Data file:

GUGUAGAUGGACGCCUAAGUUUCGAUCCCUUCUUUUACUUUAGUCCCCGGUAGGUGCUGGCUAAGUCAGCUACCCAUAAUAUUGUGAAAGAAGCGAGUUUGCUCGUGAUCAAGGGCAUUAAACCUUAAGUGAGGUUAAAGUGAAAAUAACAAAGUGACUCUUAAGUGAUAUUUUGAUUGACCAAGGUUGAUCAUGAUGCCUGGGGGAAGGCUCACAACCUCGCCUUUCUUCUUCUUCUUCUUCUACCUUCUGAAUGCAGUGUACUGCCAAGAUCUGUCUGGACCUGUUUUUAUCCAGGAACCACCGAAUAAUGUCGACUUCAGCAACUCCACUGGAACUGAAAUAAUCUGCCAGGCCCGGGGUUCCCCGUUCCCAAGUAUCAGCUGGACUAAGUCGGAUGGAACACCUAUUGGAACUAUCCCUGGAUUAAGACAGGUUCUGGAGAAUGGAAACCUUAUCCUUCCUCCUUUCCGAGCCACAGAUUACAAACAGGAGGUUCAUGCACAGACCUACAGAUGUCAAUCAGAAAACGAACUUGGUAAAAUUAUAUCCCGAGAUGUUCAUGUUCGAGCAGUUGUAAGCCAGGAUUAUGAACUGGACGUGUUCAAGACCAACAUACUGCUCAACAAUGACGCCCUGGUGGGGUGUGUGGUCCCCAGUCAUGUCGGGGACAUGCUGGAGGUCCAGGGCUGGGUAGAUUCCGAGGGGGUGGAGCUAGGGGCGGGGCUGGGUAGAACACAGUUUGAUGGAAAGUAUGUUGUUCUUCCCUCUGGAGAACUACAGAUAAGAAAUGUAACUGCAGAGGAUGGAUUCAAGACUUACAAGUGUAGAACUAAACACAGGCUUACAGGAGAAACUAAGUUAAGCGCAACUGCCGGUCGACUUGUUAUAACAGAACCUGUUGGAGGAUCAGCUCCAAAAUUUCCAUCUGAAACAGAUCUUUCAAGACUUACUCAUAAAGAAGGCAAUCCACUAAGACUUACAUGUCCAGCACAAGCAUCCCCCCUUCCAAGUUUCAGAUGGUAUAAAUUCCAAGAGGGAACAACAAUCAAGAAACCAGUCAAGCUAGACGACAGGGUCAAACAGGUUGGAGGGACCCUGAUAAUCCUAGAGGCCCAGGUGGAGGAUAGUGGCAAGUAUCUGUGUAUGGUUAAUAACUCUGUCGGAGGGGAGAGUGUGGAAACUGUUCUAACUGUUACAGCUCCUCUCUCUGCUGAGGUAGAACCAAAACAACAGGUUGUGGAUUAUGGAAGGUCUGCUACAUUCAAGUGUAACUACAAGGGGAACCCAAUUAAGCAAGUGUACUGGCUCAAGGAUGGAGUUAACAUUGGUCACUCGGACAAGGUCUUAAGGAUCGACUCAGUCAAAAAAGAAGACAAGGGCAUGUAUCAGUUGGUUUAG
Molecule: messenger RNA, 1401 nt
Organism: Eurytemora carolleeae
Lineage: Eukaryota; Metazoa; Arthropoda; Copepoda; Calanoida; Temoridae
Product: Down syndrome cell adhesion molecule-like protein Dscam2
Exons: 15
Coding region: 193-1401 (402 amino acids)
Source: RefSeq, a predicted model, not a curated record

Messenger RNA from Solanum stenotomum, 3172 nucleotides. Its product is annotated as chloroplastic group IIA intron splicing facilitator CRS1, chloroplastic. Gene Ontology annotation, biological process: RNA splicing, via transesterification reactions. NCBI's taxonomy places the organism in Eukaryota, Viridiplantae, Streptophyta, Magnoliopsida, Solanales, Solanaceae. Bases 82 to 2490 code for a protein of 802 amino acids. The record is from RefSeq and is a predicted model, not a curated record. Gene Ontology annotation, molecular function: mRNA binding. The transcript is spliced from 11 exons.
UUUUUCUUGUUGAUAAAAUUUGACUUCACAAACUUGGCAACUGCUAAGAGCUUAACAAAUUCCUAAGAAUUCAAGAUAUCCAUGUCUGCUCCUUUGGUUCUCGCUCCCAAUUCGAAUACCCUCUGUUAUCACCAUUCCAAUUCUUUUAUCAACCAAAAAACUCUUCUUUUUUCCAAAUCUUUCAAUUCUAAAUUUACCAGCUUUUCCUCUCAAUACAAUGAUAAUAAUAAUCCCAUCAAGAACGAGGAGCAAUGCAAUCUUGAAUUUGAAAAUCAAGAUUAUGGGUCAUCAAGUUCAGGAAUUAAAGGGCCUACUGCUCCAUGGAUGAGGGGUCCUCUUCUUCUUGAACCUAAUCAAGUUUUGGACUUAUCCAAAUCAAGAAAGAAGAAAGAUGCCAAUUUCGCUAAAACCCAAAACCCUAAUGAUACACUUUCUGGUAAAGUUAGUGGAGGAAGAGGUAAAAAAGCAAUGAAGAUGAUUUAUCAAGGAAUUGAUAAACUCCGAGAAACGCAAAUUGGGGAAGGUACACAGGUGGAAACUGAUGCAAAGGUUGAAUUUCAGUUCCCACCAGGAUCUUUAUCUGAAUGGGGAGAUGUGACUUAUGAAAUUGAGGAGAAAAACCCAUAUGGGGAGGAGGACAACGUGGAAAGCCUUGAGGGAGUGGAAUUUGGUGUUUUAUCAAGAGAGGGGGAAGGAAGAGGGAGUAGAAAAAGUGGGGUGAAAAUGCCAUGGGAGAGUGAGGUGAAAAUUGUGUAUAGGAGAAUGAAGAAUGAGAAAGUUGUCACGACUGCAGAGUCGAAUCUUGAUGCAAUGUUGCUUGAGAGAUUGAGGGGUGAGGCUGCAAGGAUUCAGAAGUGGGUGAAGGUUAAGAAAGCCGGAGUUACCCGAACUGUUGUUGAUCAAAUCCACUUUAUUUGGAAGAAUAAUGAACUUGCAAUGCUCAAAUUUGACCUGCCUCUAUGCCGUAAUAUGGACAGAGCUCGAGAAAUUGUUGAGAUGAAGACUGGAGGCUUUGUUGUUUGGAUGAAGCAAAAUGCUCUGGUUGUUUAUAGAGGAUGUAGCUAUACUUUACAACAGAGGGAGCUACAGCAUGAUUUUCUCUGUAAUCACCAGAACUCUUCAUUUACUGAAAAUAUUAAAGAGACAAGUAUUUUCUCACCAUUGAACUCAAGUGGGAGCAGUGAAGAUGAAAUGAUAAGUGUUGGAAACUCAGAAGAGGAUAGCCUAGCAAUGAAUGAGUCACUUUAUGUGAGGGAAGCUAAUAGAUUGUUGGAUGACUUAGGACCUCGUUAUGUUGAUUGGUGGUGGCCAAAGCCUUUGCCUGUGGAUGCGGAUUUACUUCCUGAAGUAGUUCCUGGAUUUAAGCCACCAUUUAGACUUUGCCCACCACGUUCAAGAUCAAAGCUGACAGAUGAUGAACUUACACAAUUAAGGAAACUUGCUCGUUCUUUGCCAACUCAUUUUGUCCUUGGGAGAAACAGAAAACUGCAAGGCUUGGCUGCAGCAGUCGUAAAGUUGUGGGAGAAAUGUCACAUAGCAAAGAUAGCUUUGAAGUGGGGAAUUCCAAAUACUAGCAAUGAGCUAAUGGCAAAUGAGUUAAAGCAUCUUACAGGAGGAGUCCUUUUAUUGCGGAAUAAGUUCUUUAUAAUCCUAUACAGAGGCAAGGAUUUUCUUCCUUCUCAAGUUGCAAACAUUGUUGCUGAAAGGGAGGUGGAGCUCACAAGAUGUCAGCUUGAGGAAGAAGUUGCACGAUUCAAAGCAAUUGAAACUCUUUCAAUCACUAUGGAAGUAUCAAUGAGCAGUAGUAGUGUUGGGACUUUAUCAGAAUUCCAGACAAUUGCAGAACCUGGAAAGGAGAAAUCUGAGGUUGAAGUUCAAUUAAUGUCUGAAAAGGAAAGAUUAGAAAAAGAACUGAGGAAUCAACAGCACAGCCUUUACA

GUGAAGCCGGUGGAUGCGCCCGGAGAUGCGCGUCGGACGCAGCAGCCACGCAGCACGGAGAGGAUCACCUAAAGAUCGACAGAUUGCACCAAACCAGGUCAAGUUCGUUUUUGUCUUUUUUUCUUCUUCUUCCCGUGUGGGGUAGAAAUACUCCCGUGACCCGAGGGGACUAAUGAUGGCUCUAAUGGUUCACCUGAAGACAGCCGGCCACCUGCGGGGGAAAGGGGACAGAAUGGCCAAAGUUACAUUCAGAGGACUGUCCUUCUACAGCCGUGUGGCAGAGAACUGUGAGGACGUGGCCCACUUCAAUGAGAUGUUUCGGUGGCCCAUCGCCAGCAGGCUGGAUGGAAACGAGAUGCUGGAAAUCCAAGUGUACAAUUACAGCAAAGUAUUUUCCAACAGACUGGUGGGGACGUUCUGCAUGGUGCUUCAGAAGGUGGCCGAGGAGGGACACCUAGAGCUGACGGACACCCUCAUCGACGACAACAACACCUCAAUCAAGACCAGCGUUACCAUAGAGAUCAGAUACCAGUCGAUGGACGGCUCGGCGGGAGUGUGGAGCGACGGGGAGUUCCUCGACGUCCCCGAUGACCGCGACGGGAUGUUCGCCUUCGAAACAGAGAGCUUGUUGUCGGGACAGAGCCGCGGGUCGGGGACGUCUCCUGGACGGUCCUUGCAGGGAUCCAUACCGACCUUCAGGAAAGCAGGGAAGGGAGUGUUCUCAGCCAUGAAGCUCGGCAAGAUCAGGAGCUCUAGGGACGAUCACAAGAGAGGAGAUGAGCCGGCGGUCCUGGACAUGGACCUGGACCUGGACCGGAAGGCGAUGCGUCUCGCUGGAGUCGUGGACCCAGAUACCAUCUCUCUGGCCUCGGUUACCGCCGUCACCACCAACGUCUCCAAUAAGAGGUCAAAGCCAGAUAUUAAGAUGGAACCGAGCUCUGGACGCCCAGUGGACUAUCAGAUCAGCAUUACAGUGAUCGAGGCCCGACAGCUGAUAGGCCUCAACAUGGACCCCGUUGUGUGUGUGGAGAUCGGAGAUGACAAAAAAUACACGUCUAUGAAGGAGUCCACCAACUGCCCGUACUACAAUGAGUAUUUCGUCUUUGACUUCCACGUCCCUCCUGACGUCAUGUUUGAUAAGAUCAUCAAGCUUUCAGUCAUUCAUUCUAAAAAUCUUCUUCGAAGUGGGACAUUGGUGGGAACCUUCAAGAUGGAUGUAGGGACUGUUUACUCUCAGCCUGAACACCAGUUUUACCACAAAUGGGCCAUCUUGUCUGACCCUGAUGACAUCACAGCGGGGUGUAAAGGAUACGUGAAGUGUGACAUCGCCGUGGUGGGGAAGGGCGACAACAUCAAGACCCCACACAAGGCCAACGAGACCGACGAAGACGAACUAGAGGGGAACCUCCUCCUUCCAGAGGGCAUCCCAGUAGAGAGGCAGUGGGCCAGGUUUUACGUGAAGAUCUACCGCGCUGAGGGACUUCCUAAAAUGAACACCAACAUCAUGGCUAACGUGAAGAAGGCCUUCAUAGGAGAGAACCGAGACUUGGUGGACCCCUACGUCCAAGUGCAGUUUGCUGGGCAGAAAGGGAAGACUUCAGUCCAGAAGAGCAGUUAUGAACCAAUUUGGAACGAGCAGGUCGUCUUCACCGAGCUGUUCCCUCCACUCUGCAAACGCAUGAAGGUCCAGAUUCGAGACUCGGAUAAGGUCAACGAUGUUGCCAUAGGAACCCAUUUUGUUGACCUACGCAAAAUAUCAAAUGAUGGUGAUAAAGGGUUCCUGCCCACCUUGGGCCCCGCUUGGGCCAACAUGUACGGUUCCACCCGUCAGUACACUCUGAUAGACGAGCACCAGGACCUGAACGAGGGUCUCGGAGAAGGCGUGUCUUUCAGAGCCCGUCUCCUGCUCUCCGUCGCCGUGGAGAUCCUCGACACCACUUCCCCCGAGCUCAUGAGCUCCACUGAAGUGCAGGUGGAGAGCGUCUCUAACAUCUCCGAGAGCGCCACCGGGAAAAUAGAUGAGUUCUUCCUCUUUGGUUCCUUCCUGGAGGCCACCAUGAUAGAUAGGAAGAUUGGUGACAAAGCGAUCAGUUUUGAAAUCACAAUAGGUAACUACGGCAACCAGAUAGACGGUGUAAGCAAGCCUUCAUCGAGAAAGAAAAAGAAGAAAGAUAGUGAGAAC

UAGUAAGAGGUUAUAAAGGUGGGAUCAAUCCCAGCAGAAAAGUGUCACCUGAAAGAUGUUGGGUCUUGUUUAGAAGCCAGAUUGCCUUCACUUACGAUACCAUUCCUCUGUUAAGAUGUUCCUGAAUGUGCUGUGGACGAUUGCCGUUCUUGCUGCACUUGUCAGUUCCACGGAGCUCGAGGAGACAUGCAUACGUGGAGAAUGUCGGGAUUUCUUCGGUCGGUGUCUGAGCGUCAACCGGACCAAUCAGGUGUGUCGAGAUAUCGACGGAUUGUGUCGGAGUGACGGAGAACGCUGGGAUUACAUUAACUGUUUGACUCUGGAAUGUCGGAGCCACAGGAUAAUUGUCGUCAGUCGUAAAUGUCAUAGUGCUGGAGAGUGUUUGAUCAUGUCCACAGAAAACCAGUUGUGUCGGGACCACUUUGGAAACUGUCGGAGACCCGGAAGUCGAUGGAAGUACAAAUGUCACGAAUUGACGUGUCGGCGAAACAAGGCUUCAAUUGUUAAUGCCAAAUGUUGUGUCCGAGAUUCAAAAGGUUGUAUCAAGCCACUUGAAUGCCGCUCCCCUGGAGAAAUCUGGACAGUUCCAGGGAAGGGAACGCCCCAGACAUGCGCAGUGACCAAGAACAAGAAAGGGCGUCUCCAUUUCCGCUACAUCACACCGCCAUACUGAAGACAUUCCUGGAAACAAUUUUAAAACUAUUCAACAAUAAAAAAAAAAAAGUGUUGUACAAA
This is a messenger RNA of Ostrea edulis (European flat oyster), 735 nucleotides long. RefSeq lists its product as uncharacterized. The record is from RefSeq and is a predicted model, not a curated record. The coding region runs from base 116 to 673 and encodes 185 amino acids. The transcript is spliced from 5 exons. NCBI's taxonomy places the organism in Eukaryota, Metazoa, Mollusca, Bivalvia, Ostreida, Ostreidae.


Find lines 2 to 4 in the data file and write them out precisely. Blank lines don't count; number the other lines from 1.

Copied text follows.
Molecule: messenger RNA, 1401 nt
Organism: Eurytemora carolleeae
Lineage: Eukaryota; Metazoa; Arthropoda; Copepoda; Calanoida; Temoridae